The 1787 Constitution Is Pure Genius

US Constitution on display at National Archives, Washington DC (AP photo)

By George Noga

Return to Government We Revolted Against in 1776

America’s problems and peril are in direct proportion to its deviation from the framework and principles of the 1787 Constitution which created a constitutional republic and not a democracy.

The original constitution was and still is pure genius – the best blueprint for governing a free people that ever existed and that may ever exist on our planet. America achieved its ne plus ultra throughout its first 150 years during the time it generally was governed well within the confines of its constitutional box.

Under the 1787 Constitution, individuals casting votes in a federal election, as in the one just-concluded, were not the sine qua non. We now have come to overvalue our vote (in federal elections) due to the original denial of votes to, inter alia, women and blacks. As regrettable as that was, it was ineluctable given the zeitgeist.

As Edward Crane of CATO propounds, the subsequent struggles for suffrage led these formerly disenfranchised groups to vastly overvalue the vote; the notion glommed on them that with the vote they could do all kinds of things. But this was a chimera and never part of the grand constitutional architecture. Under the gestalt of  a constitutional republic, the vote at the federal level never was intended to be vital.

“Direct election of senators destroyed the basis of federalism.”

In 1913 the 16th (income tax) and 17th (direct election of senators) amendments passed. The income tax eventually led to the ability to finance a government of a size and scope never contemplated by the founders.

Perhaps the greater evil was the direct election of senators which utterly destroyed the basis of federalism. Until 1917 senators were elected by state legislatures for the explicit constitutional purpose of representing the states and to vouchsafe their rights from the federal government. Absent the 17th amendment, it is inconceivable Obamacare could have passed or that our republic could be on the verge of bankruptcy.

Congress, as originally designed, was intended to take active responsibility for all laws including rules and regulations issued pursuant thereto. Instead Congress has morphed into a body that oversees (and loosely at that) a gaggle of bureaucrats and rule makers and takes no responsibility for their output.

It has erected a multitude of new offices and sent hither swarms of regulators to harass our people and to eat out their substance. If that sounds familiar, it is. That was one of the reasons cited in the Declaration of Independence for our revolution.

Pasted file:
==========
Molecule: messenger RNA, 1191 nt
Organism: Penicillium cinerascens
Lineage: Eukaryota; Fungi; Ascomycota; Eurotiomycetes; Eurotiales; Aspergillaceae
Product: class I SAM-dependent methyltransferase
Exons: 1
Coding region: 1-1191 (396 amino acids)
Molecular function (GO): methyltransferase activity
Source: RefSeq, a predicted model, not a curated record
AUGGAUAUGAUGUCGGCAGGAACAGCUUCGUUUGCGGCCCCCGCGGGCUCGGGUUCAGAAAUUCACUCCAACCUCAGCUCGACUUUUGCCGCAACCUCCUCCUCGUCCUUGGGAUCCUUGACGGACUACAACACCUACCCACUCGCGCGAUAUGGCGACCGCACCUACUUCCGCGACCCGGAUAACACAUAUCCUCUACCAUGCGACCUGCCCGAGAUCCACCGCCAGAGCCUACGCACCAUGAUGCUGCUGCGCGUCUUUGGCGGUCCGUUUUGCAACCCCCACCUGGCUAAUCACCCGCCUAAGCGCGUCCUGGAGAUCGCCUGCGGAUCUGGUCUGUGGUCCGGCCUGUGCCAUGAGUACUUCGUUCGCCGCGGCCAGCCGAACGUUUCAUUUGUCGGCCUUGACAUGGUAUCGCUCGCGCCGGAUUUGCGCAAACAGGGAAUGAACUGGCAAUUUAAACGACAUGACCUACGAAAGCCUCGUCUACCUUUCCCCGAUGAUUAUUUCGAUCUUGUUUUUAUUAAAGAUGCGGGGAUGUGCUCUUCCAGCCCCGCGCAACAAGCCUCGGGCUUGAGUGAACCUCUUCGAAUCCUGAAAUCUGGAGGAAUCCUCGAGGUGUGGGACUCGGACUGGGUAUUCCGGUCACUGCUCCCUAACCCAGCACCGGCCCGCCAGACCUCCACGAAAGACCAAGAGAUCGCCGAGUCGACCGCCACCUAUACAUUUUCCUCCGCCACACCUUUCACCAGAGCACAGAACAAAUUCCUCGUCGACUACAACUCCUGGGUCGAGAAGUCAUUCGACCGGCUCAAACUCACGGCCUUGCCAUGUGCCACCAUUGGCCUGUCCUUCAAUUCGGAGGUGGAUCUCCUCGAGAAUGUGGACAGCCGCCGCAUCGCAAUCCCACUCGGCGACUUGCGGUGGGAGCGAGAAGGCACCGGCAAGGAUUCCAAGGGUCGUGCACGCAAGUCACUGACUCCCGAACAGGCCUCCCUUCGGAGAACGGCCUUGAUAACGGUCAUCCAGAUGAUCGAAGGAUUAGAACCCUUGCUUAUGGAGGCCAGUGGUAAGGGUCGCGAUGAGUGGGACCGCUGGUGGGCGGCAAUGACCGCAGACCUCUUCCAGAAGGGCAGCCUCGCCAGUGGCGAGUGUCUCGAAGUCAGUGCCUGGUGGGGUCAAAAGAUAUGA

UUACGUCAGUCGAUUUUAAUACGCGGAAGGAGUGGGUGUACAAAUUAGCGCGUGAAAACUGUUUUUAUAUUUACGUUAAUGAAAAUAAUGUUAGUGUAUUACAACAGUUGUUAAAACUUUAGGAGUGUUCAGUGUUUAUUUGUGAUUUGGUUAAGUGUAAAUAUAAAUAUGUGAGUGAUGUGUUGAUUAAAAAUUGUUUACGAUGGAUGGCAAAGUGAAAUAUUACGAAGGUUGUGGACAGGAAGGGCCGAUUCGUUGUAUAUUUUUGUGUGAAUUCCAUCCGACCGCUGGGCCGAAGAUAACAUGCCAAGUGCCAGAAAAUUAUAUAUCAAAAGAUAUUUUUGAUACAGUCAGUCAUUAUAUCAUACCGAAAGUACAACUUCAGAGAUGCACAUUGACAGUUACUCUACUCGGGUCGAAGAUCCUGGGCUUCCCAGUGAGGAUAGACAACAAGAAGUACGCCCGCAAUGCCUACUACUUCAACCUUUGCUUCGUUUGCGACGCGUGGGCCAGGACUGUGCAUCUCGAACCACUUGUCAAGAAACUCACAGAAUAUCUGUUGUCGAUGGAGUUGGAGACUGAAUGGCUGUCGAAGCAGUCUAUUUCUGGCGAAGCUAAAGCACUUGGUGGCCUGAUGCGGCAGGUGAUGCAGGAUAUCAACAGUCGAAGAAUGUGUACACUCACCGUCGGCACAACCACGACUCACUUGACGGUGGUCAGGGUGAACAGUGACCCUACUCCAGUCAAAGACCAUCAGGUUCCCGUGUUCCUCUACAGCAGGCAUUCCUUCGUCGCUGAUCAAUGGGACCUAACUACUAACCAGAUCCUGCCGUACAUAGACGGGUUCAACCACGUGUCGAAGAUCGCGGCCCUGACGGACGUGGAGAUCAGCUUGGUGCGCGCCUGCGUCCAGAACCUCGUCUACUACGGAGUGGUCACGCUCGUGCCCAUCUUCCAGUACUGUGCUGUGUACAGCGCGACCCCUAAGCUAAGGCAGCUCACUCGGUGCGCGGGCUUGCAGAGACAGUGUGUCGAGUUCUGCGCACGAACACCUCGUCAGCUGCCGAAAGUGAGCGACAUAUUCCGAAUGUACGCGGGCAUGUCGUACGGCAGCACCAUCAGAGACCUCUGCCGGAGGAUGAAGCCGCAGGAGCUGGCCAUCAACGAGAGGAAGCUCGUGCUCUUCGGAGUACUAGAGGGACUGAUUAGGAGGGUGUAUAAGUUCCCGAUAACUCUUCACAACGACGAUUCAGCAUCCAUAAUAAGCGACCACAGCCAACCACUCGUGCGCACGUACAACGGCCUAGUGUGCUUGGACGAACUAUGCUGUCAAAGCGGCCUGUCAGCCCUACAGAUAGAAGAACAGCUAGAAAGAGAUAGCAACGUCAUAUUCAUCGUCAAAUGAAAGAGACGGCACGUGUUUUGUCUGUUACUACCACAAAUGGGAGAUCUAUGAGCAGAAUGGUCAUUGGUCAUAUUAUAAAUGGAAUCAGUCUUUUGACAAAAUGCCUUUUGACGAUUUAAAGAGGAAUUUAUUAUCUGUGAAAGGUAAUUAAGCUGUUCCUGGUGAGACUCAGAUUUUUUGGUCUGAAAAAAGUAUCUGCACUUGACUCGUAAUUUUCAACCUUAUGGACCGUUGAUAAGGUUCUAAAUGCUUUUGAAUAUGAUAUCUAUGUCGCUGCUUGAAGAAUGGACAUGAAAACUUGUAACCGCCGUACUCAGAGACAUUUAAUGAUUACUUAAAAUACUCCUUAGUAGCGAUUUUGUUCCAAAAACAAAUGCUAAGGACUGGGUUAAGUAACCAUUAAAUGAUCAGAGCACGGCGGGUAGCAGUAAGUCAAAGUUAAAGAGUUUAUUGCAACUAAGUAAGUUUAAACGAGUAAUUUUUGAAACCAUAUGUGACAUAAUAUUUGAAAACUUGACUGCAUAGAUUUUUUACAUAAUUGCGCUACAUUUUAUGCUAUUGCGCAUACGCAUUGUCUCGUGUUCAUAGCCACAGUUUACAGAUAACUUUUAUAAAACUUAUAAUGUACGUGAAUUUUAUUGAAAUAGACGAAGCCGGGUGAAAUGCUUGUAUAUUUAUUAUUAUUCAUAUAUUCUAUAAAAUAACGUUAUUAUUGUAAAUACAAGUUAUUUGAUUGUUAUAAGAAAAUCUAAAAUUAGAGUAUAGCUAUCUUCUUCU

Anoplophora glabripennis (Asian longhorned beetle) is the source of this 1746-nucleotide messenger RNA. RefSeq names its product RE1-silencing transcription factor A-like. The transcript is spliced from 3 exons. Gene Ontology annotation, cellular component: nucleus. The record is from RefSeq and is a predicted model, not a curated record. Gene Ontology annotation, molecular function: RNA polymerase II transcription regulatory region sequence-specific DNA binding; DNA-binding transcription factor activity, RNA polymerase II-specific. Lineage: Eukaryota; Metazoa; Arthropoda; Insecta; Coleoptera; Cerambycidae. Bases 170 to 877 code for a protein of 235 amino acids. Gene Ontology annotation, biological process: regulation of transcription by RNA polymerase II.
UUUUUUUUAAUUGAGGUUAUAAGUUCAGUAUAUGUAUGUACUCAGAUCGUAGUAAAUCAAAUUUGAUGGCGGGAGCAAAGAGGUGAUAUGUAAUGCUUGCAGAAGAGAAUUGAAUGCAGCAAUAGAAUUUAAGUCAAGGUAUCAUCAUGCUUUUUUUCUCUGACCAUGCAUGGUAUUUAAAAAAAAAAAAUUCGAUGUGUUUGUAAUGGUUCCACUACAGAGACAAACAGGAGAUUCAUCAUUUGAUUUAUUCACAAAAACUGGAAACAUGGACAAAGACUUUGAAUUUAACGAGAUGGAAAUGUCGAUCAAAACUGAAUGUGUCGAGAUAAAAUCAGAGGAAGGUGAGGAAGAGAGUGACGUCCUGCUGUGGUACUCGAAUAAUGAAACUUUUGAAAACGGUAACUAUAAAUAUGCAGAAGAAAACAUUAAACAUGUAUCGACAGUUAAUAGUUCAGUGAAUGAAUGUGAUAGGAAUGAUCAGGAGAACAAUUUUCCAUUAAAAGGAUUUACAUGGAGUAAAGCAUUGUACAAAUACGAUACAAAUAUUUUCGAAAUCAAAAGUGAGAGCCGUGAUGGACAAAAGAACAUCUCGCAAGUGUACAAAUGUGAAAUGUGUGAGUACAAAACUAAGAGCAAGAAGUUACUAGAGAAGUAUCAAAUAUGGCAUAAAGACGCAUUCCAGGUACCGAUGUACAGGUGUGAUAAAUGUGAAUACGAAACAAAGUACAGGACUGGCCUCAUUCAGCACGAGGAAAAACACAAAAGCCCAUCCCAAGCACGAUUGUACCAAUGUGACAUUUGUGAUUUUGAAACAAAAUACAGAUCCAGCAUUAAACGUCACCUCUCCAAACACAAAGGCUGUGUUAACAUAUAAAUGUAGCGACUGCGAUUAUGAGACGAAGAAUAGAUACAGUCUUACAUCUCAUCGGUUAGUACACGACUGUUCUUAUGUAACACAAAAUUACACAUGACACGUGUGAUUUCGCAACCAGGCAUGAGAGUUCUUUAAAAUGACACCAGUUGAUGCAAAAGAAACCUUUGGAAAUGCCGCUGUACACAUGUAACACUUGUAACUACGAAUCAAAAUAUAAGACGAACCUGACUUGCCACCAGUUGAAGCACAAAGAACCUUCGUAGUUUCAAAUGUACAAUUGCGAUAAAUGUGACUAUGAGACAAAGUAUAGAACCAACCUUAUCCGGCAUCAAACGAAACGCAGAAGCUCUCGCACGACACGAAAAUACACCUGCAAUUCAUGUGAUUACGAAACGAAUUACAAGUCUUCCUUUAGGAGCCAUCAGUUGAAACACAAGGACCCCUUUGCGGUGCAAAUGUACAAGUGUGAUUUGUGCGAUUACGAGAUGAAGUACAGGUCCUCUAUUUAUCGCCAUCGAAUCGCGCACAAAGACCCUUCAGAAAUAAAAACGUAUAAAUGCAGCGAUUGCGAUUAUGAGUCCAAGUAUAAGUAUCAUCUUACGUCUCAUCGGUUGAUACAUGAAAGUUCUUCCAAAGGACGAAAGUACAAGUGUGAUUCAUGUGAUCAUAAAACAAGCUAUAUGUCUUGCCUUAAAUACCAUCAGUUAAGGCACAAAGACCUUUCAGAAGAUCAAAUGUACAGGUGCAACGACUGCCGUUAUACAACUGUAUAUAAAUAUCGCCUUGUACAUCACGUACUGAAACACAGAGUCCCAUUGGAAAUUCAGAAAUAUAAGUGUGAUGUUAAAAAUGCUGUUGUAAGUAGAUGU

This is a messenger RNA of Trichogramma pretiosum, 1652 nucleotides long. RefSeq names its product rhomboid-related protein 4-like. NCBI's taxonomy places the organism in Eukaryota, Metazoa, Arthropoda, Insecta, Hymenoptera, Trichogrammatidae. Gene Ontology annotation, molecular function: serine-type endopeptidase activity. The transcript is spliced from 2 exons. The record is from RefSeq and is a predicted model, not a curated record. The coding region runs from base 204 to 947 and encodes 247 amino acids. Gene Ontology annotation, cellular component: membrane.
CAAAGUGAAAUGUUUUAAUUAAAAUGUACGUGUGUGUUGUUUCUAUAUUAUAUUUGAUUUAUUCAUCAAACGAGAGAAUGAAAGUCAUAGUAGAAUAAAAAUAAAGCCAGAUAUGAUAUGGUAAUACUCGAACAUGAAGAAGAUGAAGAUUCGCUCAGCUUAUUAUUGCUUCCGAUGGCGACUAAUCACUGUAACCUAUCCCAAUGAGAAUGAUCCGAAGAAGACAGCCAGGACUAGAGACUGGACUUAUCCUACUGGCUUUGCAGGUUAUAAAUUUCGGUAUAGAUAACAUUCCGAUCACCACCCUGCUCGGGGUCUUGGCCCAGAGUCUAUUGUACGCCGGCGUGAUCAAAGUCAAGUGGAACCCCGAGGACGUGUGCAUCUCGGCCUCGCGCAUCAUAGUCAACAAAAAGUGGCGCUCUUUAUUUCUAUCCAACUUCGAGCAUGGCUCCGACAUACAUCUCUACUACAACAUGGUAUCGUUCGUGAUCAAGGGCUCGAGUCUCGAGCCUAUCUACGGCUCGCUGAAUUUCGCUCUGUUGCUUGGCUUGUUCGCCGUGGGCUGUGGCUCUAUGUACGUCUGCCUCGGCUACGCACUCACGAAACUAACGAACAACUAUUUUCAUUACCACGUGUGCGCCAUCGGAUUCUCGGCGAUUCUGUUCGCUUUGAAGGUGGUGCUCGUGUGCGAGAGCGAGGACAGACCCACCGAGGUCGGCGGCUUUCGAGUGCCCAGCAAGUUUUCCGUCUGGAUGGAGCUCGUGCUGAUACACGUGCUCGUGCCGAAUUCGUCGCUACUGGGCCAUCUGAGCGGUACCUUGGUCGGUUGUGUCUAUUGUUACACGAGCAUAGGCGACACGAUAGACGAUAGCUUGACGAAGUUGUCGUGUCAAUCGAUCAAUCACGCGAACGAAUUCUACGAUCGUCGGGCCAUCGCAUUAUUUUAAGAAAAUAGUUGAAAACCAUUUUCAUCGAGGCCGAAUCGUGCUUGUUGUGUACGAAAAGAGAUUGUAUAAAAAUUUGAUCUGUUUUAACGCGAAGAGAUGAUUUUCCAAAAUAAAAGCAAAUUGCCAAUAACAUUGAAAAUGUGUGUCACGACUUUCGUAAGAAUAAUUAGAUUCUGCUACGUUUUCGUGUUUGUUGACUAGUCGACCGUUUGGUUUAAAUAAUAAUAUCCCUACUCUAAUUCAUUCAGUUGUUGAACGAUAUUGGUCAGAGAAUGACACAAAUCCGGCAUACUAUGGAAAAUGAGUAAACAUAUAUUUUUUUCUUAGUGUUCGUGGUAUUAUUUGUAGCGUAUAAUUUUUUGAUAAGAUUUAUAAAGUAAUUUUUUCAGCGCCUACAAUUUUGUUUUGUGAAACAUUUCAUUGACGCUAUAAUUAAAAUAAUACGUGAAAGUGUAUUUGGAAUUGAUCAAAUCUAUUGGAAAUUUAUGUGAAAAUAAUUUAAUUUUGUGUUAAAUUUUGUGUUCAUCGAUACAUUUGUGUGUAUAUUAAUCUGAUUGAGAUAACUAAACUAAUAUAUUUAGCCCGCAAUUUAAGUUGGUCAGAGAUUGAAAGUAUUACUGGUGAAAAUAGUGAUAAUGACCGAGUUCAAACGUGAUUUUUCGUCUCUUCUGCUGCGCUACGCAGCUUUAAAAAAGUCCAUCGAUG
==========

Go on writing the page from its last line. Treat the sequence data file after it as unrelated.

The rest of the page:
The judiciary also has transmogrified in ways never intended. This has occurred not only because of judicial activism beginning with the Slaughterhouse cases but due to longevity – which never was contemplated in 1787. Again, a senate composed of members beholden to the states would be loath to ratify appointments to the Supreme Court to judicial activists.

“The House of Representatives should be chosen by lottery.”

The problems are clear enough, but what about solutions? I kinda like Leonard Read’s suggestion that the House of Representatives should be chosen by lottery every two years. Regarding the Senate, why not go back to the original Constitution and have the states select them.

William Howard Taft, who served both as 27th President and 10th Chief Justice, was fond of saying every town with 5,000 people contains a Supreme Court Justice. I am fond of a different solution. Justices should serve staggered 18 year non-renewable terms. There would be a vacancy every 2 years and each president would predictably get 2 appointments per term.

There was an enchanted time when ordinary Americans  read, understood and cherished the Constitution. Davey Crockett once was campaigning for reelection to Congress when he came upon a man (Horatio Bunce) plowing his field. Crockett timed his arrival for when the farmer would be near him at the end of the row.

Crockett introduced himself whereupon Bunce promptly said: “I know who you are Colonel Crockett, but I shan’t be voting for you.” When Crockett pressed for an explanation, the farmer told him he once had voted contrary to the Constitution. Upon Bunce’s explanation, Crockett agreed and vowed never again to breech it.

“We are technological titans but political and economic cretins.”

We now may be technological titans but we are political and economic cretins. We have gone full circle and become the very type of petty and intrusive government we revolted against in 1776; only this time it was not imposed by a foreign power; we did it to ourselves.

We have destroyed the best form of self government devised since man walked upright and we will reap the whirlwind. Reprising Kipling’s words: “As surely as water will wet us and fire will burn, the Gods of the Copybook Headings with terror and slaughter return!”


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